Techno-Friendly Chapter 3

February 24, 2009 at 3:56 pm (Technology in the classroom) (, )

I find the issue of technology in schools an interesting battle. I spent three in a half months in an elementary school doing my field experience, and I can’t tell you how many times the issue of technology came up in discussions, staff meetings and workshops. I find it’s a love/hate relationship most of the time, and it could bring out the best in and worst in teachers. During staff meetings, you could almost see the burning line drawn between the teachers that got technology and those that didn’t. And even though the staff got along great, when technology was the issue, the

tension would build. Being totally technologically friendly, I found this divide

hilarious. And it wasn’t even as clear as old school and new school

teachers. Some teachers were pushing retirement and were teaching me new tricks for the smartboard, while some brand new teachers were refusing the idea of smartboards in their classrooms.



In the reading, the author discusses the stages of pedagogical development and the hierarchy of needs, better described by Abraham Maslow. In this pyramid, the teaching and learning of technology can be described in different stages. Maslow describes these stages starting from the top of the pyramid, as cultural transformation, collaboration, authoring and lastly, content management. As a student in university, I use these stages in my everyday life; however, the idea of reproducing all of these stages in an elementary classroom seems like a challenge. More and more classrooms are being pushed towards technology, and just recently, the Lester B. Pearson school board has set up a instant messaging system with parents. This all seems like a wonderful theory, however how are the schools supposed to sell these ideas, if the staff doesn’t buy them. I guess what I’m trying to say is that I can’t see that this huge technological push from the school boards is going to be effective in the classrooms if teachers are not comfortable with technology. Even at McGill, in the Education faculty, there are teachers that are not comfortable with technology and choose not to use it.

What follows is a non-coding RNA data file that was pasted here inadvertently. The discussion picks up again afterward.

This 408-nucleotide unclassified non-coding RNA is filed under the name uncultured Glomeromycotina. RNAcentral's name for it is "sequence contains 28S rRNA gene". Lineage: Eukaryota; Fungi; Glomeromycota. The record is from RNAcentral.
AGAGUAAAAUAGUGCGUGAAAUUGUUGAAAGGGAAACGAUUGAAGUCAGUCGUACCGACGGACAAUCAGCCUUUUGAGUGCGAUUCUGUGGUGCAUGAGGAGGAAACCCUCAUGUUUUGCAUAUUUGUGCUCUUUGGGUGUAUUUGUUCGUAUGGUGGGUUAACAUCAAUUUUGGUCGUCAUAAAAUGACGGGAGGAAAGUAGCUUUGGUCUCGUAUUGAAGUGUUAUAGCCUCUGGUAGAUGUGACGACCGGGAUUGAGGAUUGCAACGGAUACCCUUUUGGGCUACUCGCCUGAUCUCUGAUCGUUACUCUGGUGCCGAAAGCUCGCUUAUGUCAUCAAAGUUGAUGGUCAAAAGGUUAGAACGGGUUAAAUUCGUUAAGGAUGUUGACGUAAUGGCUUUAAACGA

So this makes me wonder: What is it about technology that makes seasoned and quality teachers refute even the mention of online discussion boards and what can be done (if anything at all) to encourage these same teachers to use technology in the classroom? Of course there are workshops and guest speakers that come in and talk about all the great things you can do with it, but instead of encouraging non-users, they often end up by just intimidating these same teachers. In chapter 3, the author discusses all the wonder of the web and how it can be translated in the classroom, however I don’t feel it is as wonderful if the teachers are nervous and apprehensive to use technology. Also, we can’t expect teachers to want to use technology if they can’t see the advantages and benefits. We need to show these same teachers what can be done that is useful to them instead of just giving them all these tools that they don’t even see as useful. Well, that’s my two cents on technology. 

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